It does not come as a surprise that Marxists know a thing or two about the opium of the people. In fact, they have always been the most gifted peddlers of utopian hope and quasireligious redemption from earthly ills.
If you want your dose of leftist snake oil, check in at the Volksbühne theater in Berlin tonight, where a merry band of Euro-revolutionaries from twelve countries will launch their new Democracy in Europe Movement (DiEM25). Tickets are €10 ($11) apiece, and what you will get in return is a good helping of anticapitalist comfort food, peppered with just enough truth to look nourishing, but heavily overseasoned with conspiracy theories and the stale but always tempting ingredient of faux common sense. Which is a shame, because there is actually a decent idea buried in what the group has to say.
The man who wants to become the champion of the new left in Europe is none other than Yanis Varoufakis, Greece’s former finance minister and self-styled anti-austerity hero. He is the main author of DiEM25’s political manifesto, which was published on February 4, and he is now set to become the principal face of the new movement, trying to put his fringe fame to use before it fades away completely.
Varoufakis and his limitations aside, the manifesto itself is quite interesting. As always with populist programs, it contains just enough truth to make sense on the surface and to speak to the disappointed half-informed to whom hope comes easily.
Yes, there is a democratic deficit in the EU. But that does not make the EU as a whole undemocratic, illegitimate, and authoritarian. Yes, Europe needs more solidarity, but solidarity does not mean accepting other people’s money while refusing to accept their oversight over how it is spent. Yes, too much austerity is counterproductive, but a painful dose of it is needed if European countries want to get back onto the path of financial sustainability. Yes, the so-called troika of the European Central Bank, the International Monetary Fund, and the European Commission, charged with providing and monitoring eurozone bailouts, has made mistakes. But it is not a hit squad. Yes, more transparency is needed, but not all things can be made public in political negotiations and the search for compromise unless one is interested in destroying the process.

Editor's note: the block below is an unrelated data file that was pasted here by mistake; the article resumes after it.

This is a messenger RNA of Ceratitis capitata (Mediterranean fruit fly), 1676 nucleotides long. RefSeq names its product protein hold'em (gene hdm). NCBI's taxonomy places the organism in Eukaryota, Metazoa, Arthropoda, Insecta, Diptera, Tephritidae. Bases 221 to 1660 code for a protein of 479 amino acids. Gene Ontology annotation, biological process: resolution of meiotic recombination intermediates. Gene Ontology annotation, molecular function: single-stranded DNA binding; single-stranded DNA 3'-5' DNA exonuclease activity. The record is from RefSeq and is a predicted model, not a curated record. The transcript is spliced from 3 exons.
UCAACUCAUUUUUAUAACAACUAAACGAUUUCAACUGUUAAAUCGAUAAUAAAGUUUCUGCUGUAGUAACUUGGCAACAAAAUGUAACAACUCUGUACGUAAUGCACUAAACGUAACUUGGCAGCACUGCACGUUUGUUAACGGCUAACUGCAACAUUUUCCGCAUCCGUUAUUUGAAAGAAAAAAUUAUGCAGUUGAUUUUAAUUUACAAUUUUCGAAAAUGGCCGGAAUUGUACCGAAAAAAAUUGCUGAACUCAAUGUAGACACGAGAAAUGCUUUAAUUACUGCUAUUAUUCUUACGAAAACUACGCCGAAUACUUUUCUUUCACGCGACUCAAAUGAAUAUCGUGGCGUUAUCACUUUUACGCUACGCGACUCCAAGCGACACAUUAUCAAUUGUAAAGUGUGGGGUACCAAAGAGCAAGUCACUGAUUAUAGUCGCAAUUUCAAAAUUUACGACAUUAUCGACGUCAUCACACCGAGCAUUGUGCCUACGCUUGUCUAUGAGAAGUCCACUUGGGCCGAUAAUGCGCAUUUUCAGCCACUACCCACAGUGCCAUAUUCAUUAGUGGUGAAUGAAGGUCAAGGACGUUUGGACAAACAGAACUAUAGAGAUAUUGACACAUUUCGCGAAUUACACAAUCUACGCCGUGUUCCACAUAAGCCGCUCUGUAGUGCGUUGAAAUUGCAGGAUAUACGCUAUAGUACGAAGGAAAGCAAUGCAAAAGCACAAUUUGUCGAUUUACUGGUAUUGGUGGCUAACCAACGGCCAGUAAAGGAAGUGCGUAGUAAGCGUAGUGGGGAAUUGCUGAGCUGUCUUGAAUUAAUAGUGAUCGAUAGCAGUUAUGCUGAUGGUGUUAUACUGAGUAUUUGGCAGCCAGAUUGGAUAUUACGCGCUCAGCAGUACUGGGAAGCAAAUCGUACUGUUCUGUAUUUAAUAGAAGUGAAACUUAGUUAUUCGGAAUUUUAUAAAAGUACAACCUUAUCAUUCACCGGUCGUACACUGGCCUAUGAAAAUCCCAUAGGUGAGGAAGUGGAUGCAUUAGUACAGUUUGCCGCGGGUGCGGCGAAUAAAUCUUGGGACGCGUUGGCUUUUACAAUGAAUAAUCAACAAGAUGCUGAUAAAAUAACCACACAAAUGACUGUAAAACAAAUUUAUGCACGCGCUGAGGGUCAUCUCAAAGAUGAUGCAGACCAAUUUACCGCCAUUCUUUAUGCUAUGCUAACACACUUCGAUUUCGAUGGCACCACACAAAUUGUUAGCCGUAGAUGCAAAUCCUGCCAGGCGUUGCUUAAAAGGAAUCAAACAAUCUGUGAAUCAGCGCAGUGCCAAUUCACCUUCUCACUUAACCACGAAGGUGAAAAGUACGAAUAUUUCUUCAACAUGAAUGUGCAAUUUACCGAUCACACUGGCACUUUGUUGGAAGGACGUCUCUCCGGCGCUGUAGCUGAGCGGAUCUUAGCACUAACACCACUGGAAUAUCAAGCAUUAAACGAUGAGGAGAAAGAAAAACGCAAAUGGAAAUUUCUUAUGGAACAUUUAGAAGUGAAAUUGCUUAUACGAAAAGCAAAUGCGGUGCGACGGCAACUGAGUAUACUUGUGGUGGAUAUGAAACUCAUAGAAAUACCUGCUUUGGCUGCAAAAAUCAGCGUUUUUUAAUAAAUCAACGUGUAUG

The manifesto’s most important recurring motive is Democracy, spelled with a capital D to underline that the authors and their new movement have come to make the people’s voice the new gold standard for politics in Europe. To prove their goodwill, they pull all of the old Marxist canards out of the hat. The ruling class (oligarchs, governments, business cartels, EU bureaucrats, media moguls) fears nothing more than the demos and real democracy and therefore tries everything to perpetuate the corrupt status quo. “Secretive public agencies,” in the words of the manifesto, withhold the truth from the people.
Varoufakis and his allies know what the people really want. The fact that most of the movement’s members have failed as politicians in their own domestic contexts, that few of them have won elections, and that Varoufakis himself was too unbearable even for his own left-wing government comrades in Greece leaves the authors unperturbed. They do what the radical left always does: in the absence of a real, democratically sound political mandate, it conjures up a fictitious mandate for change, based on the assumed will of the oppressed masses who are currently unable to speak their minds because they have been blinded and seduced by a big conspiracy of powerful capitalists and their political and bureaucratic goons.
DiEM25’s condescending language badly damages what could be a constructive proposition for the future of Europe. At the heart of the manifesto is an idea that is as sound as it is politically ambitious: a plan to create, within ten years, a new legal foundation for the EU, built on a freely elected pan-European parliament that would cooperate with national legislatures to better represent the will of the people of Europe at the European level. The starting point of this foundation would be a new constitutional process conducted by a European assembly comprised of representatives of national, regional, and municipal delegates elected from across Europe.
This core idea is by no means a new one, and it has been promulgated in one way or another by many politicians (among them Varoufakis’s special friend, German Finance Minister Wolfgang Schäuble), think tankers (including myself), and academics. In this manifesto, the idea is outlined in one short paragraph, and it is here that the wannabe revolutionaries of DiEM25 should have included more detailed provisions and a more clear-sighted plan for how to bring all of this change about in Europe’s current, brutally hostile political environment.
Instead, the authors decided to drown a useful contribution to the debate over the future of Europe in ideological babble, conspiracy assertions, and moral grandstanding. If you rely on the rage of the people more than on the merits of your own idea, then your case is weak.
Maybe, after their vanity has been fed and their initial need for the limelight has been satisfied, those on the new European left can sit down, dispose of the old class-war nonsense, focus on the real issues, and start to work with those whom they now paint as enemies to build a less imperfect union in Europe. But as long as ideological noise is more important than compromise and hard work, all they do is sell what they know so much about: the opium of the people.
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